Places of worship, as well as other performing spaces or large arenas are characterized by lightweight pews or seats, with moderate or negligible upholstery, leading to very low absorption coefficients. Consequently, the audience becomes the most important sound absorbing element, capable of playing a fundamental role in determining the acoustic characteristics of the space. Consequently accurate knowledge of its acoustic properties is required for any design purpose. Several studies have been carried out with reference to audiences seated on upholstered theatre seats but there is a considerable lack of information about occupied pews. The well known difficulty of taking into account edge effects during such measurements poses further questions as well as the effect of the density of occupation, and the seasonal variations due to clothing. This paper presents the results of a series of laboratory measurements aimed at clarifying such aspects. The measurements showed that the edge effects are negligible and that total absorption is better related to the number of persons present than to the area they cover. Nonetheless, as the density grows, or when the audience is seated, there is a reduction in absorption which may be explained by the reduction in exposed body surface. Lightweight clothes show a considerable reduction in sound absorption over all the frequency bands, suggesting that significant seasonal fluctuations in reverberation time should be expected in places where the audience is the only sound absorbing surface.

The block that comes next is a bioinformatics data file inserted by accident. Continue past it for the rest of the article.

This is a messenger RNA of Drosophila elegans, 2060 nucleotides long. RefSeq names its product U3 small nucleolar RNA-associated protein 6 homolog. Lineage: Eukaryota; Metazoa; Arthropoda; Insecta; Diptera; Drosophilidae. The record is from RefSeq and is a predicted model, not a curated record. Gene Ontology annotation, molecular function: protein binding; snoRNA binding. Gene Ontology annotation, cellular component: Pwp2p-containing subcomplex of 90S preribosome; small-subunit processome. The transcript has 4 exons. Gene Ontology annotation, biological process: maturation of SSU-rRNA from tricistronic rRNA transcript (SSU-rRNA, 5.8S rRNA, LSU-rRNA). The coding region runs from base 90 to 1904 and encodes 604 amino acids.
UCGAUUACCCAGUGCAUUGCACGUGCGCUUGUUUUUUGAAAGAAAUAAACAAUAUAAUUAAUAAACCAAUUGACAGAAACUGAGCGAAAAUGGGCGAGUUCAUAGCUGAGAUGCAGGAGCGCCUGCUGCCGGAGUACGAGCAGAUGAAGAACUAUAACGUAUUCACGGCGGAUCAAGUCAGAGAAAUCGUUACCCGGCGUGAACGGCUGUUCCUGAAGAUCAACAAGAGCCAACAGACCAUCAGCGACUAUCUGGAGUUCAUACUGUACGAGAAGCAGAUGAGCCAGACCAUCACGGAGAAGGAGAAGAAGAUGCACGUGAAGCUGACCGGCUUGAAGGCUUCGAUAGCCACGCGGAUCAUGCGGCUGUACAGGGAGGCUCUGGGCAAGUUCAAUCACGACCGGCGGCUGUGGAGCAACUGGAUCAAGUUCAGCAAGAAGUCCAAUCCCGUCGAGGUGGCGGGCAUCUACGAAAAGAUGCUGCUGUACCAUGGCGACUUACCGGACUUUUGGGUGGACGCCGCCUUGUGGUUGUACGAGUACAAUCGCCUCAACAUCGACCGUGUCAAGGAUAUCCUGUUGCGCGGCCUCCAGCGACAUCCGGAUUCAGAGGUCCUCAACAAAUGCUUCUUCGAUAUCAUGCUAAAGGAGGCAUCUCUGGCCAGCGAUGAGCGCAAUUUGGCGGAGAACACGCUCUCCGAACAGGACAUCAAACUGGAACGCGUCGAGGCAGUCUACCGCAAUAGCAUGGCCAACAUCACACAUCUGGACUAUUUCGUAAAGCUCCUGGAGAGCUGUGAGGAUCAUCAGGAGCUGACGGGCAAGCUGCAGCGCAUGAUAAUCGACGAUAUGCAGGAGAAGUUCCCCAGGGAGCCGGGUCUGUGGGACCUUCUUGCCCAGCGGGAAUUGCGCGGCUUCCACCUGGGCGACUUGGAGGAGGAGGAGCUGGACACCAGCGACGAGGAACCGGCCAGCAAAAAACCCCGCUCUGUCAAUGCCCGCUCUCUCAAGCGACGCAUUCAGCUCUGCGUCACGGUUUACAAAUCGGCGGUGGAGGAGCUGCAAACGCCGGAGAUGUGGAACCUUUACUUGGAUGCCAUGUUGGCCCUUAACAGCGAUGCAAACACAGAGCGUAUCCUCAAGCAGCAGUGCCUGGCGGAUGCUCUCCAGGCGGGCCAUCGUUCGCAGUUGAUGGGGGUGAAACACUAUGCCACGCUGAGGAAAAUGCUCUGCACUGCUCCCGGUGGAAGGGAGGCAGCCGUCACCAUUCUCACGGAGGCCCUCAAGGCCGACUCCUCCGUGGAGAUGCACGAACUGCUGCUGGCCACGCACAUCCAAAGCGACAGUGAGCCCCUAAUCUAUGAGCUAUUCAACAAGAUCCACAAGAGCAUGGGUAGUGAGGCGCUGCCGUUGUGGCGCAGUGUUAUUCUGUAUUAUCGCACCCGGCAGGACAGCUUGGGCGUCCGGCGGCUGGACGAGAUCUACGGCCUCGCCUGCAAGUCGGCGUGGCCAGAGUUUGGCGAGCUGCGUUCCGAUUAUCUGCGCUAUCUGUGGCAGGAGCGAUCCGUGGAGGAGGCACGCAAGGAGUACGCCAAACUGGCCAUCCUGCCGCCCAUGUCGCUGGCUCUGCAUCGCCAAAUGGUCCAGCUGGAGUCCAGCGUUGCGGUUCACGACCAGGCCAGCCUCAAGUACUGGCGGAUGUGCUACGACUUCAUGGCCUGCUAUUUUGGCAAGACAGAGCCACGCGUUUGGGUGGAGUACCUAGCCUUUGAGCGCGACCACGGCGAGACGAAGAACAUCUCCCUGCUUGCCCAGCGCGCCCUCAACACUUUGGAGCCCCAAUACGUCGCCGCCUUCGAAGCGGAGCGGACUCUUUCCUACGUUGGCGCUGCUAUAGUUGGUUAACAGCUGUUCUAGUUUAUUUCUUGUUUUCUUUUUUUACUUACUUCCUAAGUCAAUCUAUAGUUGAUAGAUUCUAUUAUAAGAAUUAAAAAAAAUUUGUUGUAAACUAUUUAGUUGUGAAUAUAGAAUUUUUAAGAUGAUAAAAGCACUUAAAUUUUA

|Autori interni:||MARTELLOTTA, Francesco|
|Titolo:||Laboratory measurement of sound absorption of occupied pews and standing audiences|
|Data di pubblicazione:||2011|
|Digital Object Identifier (DOI):||10.1016/j.apacoust.2010.12.008|
|Appare nelle tipologie:||1.1 Articolo in rivista|